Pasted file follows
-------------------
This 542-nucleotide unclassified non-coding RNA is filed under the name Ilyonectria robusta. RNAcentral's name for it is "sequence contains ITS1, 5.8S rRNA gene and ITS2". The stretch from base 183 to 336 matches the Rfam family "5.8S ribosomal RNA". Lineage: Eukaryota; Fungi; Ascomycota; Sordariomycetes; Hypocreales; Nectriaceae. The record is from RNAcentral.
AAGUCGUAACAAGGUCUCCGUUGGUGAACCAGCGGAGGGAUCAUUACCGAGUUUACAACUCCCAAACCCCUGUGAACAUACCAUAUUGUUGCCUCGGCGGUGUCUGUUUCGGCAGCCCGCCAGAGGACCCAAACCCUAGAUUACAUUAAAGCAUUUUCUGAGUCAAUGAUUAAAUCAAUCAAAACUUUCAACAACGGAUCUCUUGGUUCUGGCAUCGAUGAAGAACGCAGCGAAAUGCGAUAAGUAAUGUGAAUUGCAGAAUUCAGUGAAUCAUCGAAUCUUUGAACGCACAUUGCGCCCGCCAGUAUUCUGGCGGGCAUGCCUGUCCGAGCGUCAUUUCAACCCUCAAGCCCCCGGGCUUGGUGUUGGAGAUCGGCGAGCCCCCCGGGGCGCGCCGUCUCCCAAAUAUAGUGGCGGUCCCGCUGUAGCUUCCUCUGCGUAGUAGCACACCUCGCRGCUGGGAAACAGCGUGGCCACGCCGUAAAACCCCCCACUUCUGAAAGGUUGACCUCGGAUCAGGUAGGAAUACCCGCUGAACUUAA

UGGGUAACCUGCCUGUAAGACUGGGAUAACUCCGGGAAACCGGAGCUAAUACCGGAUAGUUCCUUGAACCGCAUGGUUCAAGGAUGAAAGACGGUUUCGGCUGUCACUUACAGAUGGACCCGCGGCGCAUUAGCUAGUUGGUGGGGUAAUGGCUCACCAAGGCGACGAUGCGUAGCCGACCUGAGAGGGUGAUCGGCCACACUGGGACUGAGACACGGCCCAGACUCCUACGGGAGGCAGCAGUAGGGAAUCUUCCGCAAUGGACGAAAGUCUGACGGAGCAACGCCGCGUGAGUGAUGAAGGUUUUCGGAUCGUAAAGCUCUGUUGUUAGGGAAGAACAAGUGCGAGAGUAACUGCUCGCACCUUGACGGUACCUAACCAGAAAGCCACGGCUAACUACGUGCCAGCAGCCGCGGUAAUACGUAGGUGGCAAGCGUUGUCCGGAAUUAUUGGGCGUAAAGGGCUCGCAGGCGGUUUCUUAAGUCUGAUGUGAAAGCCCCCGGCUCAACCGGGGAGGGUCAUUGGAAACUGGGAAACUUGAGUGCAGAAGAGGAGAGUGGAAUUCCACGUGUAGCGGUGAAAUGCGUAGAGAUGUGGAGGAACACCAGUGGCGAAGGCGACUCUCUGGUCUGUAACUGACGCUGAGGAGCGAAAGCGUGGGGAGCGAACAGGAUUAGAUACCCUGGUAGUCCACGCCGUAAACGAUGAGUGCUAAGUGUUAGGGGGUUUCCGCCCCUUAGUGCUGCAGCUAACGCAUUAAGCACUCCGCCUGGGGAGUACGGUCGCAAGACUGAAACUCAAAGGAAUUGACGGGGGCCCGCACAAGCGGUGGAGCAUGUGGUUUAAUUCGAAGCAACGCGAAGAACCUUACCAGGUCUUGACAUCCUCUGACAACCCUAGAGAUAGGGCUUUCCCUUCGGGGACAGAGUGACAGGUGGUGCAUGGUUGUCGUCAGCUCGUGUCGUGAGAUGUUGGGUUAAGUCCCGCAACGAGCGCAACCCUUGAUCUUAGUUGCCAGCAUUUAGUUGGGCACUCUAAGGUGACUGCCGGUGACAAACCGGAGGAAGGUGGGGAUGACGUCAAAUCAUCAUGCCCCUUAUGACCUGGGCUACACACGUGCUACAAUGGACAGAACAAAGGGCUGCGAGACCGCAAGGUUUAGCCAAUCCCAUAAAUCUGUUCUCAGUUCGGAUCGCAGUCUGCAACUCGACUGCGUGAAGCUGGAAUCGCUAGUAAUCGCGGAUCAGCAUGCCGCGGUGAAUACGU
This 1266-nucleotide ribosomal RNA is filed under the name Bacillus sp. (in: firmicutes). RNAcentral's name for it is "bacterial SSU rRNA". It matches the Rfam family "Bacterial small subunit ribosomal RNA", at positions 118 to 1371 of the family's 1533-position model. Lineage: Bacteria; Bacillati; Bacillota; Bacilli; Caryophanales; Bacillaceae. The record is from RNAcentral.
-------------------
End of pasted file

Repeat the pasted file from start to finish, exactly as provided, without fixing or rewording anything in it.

This 542-nucleotide unclassified non-coding RNA is filed under the name Ilyonectria robusta. RNAcentral's name for it is "sequence contains ITS1, 5.8S rRNA gene and ITS2". The stretch from base 183 to 336 matches the Rfam family "5.8S ribosomal RNA". Lineage: Eukaryota; Fungi; Ascomycota; Sordariomycetes; Hypocreales; Nectriaceae. The record is from RNAcentral.
AAGUCGUAACAAGGUCUCCGUUGGUGAACCAGCGGAGGGAUCAUUACCGAGUUUACAACUCCCAAACCCCUGUGAACAUACCAUAUUGUUGCCUCGGCGGUGUCUGUUUCGGCAGCCCGCCAGAGGACCCAAACCCUAGAUUACAUUAAAGCAUUUUCUGAGUCAAUGAUUAAAUCAAUCAAAACUUUCAACAACGGAUCUCUUGGUUCUGGCAUCGAUGAAGAACGCAGCGAAAUGCGAUAAGUAAUGUGAAUUGCAGAAUUCAGUGAAUCAUCGAAUCUUUGAACGCACAUUGCGCCCGCCAGUAUUCUGGCGGGCAUGCCUGUCCGAGCGUCAUUUCAACCCUCAAGCCCCCGGGCUUGGUGUUGGAGAUCGGCGAGCCCCCCGGGGCGCGCCGUCUCCCAAAUAUAGUGGCGGUCCCGCUGUAGCUUCCUCUGCGUAGUAGCACACCUCGCRGCUGGGAAACAGCGUGGCCACGCCGUAAAACCCCCCACUUCUGAAAGGUUGACCUCGGAUCAGGUAGGAAUACCCGCUGAACUUAA

UGGGUAACCUGCCUGUAAGACUGGGAUAACUCCGGGAAACCGGAGCUAAUACCGGAUAGUUCCUUGAACCGCAUGGUUCAAGGAUGAAAGACGGUUUCGGCUGUCACUUACAGAUGGACCCGCGGCGCAUUAGCUAGUUGGUGGGGUAAUGGCUCACCAAGGCGACGAUGCGUAGCCGACCUGAGAGGGUGAUCGGCCACACUGGGACUGAGACACGGCCCAGACUCCUACGGGAGGCAGCAGUAGGGAAUCUUCCGCAAUGGACGAAAGUCUGACGGAGCAACGCCGCGUGAGUGAUGAAGGUUUUCGGAUCGUAAAGCUCUGUUGUUAGGGAAGAACAAGUGCGAGAGUAACUGCUCGCACCUUGACGGUACCUAACCAGAAAGCCACGGCUAACUACGUGCCAGCAGCCGCGGUAAUACGUAGGUGGCAAGCGUUGUCCGGAAUUAUUGGGCGUAAAGGGCUCGCAGGCGGUUUCUUAAGUCUGAUGUGAAAGCCCCCGGCUCAACCGGGGAGGGUCAUUGGAAACUGGGAAACUUGAGUGCAGAAGAGGAGAGUGGAAUUCCACGUGUAGCGGUGAAAUGCGUAGAGAUGUGGAGGAACACCAGUGGCGAAGGCGACUCUCUGGUCUGUAACUGACGCUGAGGAGCGAAAGCGUGGGGAGCGAACAGGAUUAGAUACCCUGGUAGUCCACGCCGUAAACGAUGAGUGCUAAGUGUUAGGGGGUUUCCGCCCCUUAGUGCUGCAGCUAACGCAUUAAGCACUCCGCCUGGGGAGUACGGUCGCAAGACUGAAACUCAAAGGAAUUGACGGGGGCCCGCACAAGCGGUGGAGCAUGUGGUUUAAUUCGAAGCAACGCGAAGAACCUUACCAGGUCUUGACAUCCUCUGACAACCCUAGAGAUAGGGCUUUCCCUUCGGGGACAGAGUGACAGGUGGUGCAUGGUUGUCGUCAGCUCGUGUCGUGAGAUGUUGGGUUAAGUCCCGCAACGAGCGCAACCCUUGAUCUUAGUUGCCAGCAUUUAGUUGGGCACUCUAAGGUGACUGCCGGUGACAAACCGGAGGAAGGUGGGGAUGACGUCAAAUCAUCAUGCCCCUUAUGACCUGGGCUACACACGUGCUACAAUGGACAGAACAAAGGGCUGCGAGACCGCAAGGUUUAGCCAAUCCCAUAAAUCUGUUCUCAGUUCGGAUCGCAGUCUGCAACUCGACUGCGUGAAGCUGGAAUCGCUAGUAAUCGCGGAUCAGCAUGCCGCGGUGAAUACGU
This 1266-nucleotide ribosomal RNA is filed under the name Bacillus sp. (in: firmicutes). RNAcentral's name for it is "bacterial SSU rRNA". It matches the Rfam family "Bacterial small subunit ribosomal RNA", at positions 118 to 1371 of the family's 1533-position model. Lineage: Bacteria; Bacillati; Bacillota; Bacilli; Caryophanales; Bacillaceae. The record is from RNAcentral.